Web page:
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Inside King Tut’s Tomb

A decade of research offers a new look at the burial of Egypt’s most famous pharaoh

May/June 2019

Tut Tomb North WallIn ancient Egypt, the passage to the afterlife was an arduous one. Even at the end of the journey, the deceased could be turned away from the paradise of the Field of Reeds if their heart tipped the scales when weighed against a feather. Often elements of the transit were painted on tomb walls, a process that, judging from the accomplished and detailed murals that have survived, would have consumed a great deal of time. Although the walls of the pharaoh Tutankhamun’s tomb are decorated with familiar scenes of this path to paradise, new research is now telling a fresh story about the real-world turmoil caused by the sudden death of the young king.


Tut MapThe pharaoh, who was first known as Tutankhaten (r. ca. 1336–1327 B.C.), was crowned at the tender age of eight or nine, but his reign was not to last long, and he died before he turned 20. Scholars debate the cause, or causes, of Tut’s death, but all agree that it came suddenly. Tut’s unexpected passing presented a challenge—his planned tomb in the Valley of the Kings hadn’t yet been completed. Work on that tomb (KV23) was abandoned, and one in the eastern section of the valley originally intended for someone else (KV62) was hastily made ready. Egyptologist Kent Weeks, who directs excavations in the valley, says that KV62 was probably originally meant for either Tut’s predecessor, Smenkhkare (r. ca. 1336 B.C.), or his successor, Ay (r. ca. 1327–1323 B.C.).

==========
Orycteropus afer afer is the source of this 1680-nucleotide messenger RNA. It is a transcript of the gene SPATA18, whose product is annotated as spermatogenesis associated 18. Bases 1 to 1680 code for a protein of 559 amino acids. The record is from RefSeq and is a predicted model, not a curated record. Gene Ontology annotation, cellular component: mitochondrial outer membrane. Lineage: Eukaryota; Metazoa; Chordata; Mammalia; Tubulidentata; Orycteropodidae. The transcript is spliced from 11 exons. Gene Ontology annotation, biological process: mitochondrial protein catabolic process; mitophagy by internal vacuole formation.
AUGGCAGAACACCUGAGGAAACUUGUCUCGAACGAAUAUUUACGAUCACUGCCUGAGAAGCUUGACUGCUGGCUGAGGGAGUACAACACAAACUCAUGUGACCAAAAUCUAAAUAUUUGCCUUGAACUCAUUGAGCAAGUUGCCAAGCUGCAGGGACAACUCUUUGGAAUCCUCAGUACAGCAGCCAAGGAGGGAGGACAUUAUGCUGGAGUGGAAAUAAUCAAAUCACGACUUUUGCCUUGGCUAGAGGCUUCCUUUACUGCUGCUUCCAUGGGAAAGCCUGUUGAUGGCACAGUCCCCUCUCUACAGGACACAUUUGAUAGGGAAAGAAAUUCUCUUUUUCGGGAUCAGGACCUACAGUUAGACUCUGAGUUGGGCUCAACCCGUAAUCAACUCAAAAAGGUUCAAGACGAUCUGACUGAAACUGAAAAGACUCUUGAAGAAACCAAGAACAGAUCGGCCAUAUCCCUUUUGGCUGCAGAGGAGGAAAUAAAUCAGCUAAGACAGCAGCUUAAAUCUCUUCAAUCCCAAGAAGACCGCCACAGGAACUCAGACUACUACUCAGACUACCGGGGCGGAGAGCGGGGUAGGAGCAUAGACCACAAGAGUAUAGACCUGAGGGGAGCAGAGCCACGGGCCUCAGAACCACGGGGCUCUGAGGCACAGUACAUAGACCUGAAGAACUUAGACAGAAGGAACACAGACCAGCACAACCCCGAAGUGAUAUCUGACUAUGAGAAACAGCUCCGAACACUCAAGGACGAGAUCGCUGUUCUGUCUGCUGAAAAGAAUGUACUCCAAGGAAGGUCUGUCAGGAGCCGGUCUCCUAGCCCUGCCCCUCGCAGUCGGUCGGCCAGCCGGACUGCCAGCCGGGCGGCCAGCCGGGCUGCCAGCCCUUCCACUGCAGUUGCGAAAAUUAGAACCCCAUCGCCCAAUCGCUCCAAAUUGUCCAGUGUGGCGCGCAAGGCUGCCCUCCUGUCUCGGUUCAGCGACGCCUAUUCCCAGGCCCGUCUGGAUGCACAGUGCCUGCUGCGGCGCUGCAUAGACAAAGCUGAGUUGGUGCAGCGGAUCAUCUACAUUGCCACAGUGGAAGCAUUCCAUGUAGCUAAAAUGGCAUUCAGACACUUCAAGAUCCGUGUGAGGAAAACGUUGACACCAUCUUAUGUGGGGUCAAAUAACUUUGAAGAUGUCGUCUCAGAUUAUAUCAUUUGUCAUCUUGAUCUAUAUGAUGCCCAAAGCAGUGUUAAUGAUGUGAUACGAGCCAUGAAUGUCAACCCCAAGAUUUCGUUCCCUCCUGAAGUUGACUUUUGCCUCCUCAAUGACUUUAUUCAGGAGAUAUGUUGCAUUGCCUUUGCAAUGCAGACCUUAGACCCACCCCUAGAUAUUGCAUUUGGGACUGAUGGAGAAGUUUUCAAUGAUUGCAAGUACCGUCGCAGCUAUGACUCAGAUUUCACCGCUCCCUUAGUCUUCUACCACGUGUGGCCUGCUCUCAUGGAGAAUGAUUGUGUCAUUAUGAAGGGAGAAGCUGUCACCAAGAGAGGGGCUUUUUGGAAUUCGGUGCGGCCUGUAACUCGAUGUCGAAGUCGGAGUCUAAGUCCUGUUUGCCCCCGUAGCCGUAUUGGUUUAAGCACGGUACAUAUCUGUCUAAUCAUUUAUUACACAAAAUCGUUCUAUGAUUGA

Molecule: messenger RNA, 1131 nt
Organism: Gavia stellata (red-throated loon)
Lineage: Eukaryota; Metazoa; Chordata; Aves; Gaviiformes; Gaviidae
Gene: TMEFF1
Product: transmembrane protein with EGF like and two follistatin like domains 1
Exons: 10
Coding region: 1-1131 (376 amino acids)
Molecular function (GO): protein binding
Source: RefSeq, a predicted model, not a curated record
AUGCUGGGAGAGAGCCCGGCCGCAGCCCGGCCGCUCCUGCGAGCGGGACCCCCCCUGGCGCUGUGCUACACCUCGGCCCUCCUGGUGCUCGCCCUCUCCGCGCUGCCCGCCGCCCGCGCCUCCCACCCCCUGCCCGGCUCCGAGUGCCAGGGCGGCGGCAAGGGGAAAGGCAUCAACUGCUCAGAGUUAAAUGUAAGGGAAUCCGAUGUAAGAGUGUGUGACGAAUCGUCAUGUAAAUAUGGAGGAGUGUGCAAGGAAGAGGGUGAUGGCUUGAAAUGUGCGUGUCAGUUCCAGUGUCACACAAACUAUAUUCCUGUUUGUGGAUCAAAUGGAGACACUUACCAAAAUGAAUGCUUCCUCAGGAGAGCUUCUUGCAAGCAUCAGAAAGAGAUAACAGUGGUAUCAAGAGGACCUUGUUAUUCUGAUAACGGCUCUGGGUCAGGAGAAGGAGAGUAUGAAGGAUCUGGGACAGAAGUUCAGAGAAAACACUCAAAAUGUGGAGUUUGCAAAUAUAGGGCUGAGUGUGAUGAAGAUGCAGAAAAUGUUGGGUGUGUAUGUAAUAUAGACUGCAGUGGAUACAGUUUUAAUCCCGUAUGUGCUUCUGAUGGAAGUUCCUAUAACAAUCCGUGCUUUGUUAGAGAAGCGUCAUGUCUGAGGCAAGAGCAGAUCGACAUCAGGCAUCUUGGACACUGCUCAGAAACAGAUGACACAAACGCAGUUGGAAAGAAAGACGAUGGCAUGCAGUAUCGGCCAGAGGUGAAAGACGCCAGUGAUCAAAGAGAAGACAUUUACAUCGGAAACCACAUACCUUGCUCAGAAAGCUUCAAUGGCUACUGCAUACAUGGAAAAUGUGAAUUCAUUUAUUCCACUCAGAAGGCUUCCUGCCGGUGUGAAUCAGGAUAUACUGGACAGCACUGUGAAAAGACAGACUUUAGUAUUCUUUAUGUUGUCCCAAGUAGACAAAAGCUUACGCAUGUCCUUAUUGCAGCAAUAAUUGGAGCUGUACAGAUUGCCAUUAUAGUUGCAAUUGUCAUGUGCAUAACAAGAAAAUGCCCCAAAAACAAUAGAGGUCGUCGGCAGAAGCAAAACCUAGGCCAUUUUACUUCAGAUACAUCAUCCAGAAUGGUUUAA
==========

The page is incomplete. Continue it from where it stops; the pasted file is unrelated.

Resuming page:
By the standard of other royal tombs, Tut’s is quite small, composed of four small rooms, only one of which is painted. Despite its size, however, the tomb was filled with everything the pharaoh would need for the afterlife, including furniture, chariots, wine, fresh food, clothing, shaving and writing equipment, musical instruments, games, and weapons. There were four gold shrines, one fitted inside the other, within which were nested quartzite, wooden, and golden sarcophagi. The innermost sarcophagus contained the pharaoh’s mummy wearing a 24-pound solid gold mask. There is evidence that Tut’s tomb was robbed twice in antiquity—once, says Weeks, only a short time after the entrance was sealed.


When British archaeologist Howard Carter excavated the tomb in 1922, however, most of the extraordinary grave goods were in place, and the tomb appeared relatively intact. With the exception of the sarcophagus containing the mummy, all the artifacts have been removed to the Egyptian Museum in Cairo. What remains are four painted walls depicting scenes of the pharaoh’s transition to the afterlife, which, for Carter, were of far less importance than the golden artifacts.


In 2009, after nearly 100 years and millions of visitors, the Egyptian Ministry of Antiquities’ concern for the state of Tut’s tomb was mounting. They called upon the Getty Conservation Institute (GCI) to study the tomb, in particular the wall paintings, and to develop plans to safeguard it. “When we got there, we were surprised because the paintings’ condition was actually very good,” says GCI’s Lori Wong. “The fact that the paintings are complete puts everything in perspective. We worked here for 10 years, whereas the lifespan of these paintings is 3,300 years.”




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